Look at how plants are growing on the site and in the neighborhood

Doing so tells you a lot about the potential of your property. If you notice leaves that are stunted or discolored, or if you see plants that are smaller than normal or that display unusual growth habits, your soil may be poorly drained, its chemistry may be unbalanced, or the living organisms in the soil may be compromised. If the existing plants look happy, however, new plants will probably be happy, too. See Chapter 16 for details.

  • Do a soil test. A soil test is like a blood test; you send a sample to a lab for analysis. Conducting this test is especially important if you suspect problems or see that plants perform poorly in certain areas. For info on the benefits and limitations of soil testing, turn to Chapter 16.
  • Check your internal soil drainage. If you've ever had a plant drown because water built up in the soil, you already know about internal soil drainage (or the lack of it). Most plants like to grow in soil that drains away excess water. After the soil pores are filled, the plant really has no need for any more water. In normal soils, water simply leaks down into the lower soil horizons due to the force of gravity. But some soils have an impervious layer of clay or rock present below the surface. This layer creates a perched water table, a zone of floating water. Check out Chapter 16 for a simple way to test your internal soil drainage as well as sustainable (and easy) approaches to handling poor drainage.
  • Check the stability of your soil. Are the trees and telephone poles in your area leaning over at crazy angles? Are there parallel cracks in the soil? Is there a history of earth movement in the neighborhood? If so, call your local consulting geologist for an evaluation of the stability of your property. A consultation can cost you $200 to $400, but it just may save you the price of an uninsured mudslide.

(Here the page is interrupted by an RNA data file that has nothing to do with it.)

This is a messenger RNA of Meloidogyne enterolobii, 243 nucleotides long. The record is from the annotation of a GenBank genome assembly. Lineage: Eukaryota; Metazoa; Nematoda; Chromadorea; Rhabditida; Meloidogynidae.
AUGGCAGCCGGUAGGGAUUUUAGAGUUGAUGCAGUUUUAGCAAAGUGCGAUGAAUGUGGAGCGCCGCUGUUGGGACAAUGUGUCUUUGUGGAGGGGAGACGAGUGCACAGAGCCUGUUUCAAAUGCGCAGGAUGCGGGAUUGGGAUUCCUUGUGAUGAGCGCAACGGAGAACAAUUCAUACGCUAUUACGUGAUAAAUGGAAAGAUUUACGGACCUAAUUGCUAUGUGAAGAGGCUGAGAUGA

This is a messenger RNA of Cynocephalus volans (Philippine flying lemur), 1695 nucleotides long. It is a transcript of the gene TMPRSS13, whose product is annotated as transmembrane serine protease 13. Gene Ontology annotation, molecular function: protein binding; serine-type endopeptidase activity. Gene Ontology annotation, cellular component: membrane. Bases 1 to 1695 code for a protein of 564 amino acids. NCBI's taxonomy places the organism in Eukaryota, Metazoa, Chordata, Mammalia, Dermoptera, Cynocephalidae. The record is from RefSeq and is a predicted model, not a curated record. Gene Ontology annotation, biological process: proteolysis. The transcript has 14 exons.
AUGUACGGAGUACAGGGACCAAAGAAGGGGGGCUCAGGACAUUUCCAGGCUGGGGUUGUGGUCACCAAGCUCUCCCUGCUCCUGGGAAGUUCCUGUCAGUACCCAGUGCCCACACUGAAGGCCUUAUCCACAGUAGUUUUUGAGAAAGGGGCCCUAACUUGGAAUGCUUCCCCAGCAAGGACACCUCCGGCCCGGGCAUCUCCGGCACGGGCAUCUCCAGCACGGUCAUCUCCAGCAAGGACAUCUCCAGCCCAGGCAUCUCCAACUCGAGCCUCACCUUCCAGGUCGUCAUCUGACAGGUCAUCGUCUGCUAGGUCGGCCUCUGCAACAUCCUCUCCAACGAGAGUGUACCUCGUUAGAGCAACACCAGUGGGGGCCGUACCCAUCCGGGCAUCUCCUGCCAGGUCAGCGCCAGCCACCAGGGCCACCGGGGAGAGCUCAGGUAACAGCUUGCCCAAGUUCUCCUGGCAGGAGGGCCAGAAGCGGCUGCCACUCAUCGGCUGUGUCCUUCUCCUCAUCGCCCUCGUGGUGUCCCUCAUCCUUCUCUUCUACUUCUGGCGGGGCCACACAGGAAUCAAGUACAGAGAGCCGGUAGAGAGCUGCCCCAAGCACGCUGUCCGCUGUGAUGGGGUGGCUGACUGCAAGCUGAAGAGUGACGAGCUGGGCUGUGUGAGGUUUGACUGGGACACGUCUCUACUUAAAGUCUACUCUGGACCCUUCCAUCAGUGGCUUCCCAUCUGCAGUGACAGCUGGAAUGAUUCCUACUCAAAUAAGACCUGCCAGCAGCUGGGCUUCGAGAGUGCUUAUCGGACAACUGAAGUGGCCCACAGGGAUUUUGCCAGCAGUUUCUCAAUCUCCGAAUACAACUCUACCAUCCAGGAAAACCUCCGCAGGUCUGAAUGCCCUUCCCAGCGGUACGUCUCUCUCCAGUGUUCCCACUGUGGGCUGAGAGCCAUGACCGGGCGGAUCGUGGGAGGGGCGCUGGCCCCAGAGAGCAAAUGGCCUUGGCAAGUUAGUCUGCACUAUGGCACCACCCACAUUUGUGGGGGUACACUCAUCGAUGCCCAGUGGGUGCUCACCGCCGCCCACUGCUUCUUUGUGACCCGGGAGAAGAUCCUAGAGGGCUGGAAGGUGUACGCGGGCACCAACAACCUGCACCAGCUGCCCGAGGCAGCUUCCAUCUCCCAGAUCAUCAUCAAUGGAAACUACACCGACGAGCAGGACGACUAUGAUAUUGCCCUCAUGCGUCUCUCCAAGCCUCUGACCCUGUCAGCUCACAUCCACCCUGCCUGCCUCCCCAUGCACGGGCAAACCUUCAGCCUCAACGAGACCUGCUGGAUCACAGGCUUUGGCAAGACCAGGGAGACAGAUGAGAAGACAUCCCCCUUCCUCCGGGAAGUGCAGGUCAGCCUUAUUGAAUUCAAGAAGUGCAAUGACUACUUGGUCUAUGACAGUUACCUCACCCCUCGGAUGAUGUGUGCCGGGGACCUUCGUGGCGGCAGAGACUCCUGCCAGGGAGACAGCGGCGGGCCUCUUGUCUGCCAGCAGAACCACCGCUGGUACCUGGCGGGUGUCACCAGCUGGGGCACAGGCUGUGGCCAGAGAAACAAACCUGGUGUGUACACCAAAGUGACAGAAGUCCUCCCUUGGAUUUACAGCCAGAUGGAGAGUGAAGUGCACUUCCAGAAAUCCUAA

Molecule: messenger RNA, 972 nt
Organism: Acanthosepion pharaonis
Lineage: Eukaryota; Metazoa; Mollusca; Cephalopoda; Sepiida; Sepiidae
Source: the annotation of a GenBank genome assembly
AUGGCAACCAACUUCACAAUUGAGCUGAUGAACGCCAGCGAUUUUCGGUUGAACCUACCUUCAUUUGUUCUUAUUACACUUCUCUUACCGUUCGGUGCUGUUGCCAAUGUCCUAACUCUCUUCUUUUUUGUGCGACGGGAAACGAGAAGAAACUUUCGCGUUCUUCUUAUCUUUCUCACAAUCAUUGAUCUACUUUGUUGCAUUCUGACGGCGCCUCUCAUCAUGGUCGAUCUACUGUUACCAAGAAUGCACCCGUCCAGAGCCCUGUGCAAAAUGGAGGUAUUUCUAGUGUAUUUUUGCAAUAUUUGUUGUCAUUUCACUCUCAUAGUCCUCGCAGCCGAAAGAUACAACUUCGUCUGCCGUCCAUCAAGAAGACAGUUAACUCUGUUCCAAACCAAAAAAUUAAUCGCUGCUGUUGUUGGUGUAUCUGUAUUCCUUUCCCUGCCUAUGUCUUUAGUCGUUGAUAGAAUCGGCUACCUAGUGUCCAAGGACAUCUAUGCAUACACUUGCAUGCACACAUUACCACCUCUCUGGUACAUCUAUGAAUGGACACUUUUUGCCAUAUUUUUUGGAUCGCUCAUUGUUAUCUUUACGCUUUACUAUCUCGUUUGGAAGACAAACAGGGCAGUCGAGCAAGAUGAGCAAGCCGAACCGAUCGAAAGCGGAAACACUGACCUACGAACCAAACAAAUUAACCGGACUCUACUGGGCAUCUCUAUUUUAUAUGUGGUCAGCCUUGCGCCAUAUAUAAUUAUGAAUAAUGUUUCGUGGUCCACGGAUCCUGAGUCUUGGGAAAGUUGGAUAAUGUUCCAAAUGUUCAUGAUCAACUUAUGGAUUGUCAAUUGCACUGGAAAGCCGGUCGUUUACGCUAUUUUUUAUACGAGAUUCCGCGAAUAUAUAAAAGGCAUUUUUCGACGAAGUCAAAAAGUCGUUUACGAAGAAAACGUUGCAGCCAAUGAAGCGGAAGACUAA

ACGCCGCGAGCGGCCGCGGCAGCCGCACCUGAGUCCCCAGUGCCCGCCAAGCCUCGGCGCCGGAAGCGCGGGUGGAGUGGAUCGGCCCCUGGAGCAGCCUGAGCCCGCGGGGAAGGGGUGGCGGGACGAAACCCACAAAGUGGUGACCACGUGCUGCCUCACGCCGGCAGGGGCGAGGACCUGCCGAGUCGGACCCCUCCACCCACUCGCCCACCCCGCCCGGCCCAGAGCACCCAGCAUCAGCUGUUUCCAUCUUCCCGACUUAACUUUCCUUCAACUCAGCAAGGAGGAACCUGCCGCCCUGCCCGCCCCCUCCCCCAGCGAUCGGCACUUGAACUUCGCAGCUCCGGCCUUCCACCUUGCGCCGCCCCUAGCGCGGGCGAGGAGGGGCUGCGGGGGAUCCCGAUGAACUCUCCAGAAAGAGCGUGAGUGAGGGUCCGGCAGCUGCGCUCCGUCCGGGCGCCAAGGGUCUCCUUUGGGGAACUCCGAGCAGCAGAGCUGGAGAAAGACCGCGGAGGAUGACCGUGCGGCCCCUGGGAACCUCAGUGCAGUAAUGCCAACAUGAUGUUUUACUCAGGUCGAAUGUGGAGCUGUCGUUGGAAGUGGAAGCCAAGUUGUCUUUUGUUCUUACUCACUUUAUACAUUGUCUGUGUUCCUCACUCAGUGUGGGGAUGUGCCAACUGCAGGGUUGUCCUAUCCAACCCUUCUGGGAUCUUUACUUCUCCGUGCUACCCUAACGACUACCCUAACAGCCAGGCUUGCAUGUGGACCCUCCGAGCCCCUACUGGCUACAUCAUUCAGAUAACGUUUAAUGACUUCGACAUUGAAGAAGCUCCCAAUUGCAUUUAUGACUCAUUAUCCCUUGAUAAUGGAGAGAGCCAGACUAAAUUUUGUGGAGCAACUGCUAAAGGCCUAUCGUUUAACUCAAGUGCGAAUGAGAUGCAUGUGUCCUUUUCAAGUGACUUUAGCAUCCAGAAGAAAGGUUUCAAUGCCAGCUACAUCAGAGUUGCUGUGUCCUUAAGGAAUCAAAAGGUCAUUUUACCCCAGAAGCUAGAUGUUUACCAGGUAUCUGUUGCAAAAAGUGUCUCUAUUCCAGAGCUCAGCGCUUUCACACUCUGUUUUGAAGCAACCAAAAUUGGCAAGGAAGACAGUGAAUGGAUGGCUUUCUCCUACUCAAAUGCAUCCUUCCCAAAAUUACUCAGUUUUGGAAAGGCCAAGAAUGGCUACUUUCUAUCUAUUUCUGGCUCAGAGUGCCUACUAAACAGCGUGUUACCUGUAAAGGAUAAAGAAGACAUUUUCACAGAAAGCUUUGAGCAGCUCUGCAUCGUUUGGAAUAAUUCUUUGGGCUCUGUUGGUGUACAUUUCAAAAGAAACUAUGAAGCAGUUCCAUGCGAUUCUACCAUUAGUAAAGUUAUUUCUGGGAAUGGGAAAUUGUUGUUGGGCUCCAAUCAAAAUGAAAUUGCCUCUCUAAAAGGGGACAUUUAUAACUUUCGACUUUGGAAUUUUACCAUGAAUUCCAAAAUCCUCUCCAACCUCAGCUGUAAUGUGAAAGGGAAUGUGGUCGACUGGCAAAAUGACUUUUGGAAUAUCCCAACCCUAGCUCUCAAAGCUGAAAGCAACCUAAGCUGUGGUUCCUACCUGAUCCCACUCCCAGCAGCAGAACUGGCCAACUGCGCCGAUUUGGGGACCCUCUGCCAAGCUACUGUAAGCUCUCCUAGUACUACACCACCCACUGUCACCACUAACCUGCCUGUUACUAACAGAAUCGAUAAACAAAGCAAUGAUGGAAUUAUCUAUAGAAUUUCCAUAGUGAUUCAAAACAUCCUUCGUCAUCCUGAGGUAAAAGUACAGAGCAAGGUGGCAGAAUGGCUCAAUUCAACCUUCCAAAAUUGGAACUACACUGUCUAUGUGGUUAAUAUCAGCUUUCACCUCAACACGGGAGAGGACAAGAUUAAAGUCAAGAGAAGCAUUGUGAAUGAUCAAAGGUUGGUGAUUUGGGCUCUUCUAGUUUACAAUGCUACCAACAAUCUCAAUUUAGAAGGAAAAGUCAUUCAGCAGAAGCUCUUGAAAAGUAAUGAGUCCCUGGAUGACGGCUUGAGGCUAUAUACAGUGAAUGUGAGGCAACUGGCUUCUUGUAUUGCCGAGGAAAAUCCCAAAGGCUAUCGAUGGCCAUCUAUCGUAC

Adding plants and water to an unstable site can cause a catastrophic landslide, which won't be covered by your insurance policy. Causing a landslide isn't very sustainable, is it?

✓ Pay attention to surface erosion. If runoff water is concentrated so that it runs across your land, there's a good chance that the soil will begin to wash away. This process, called surface erosion, can be difficult to stop after it starts. You can use various strategies to prevent surface erosion. I explain these in Chapter 14. For now, just know that you need to look for signs of erosion — soil washing away and gullies of any size — and make repairing them a high priority.

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Homeowners Guide To Landscaping

Homeowners Guide To Landscaping

How would you like to save a ton of money and increase the value of your home by as much as thirty percent! If your homes landscape is designed properly it will be a source of enjoyment for your entire family, it will enhance your community and add to the resale value of your property. Landscape design involves much more than placing trees, shrubs and other plants on the property. It is an art which deals with conscious arrangement or organization of outdoor space for human satisfaction and enjoyment.

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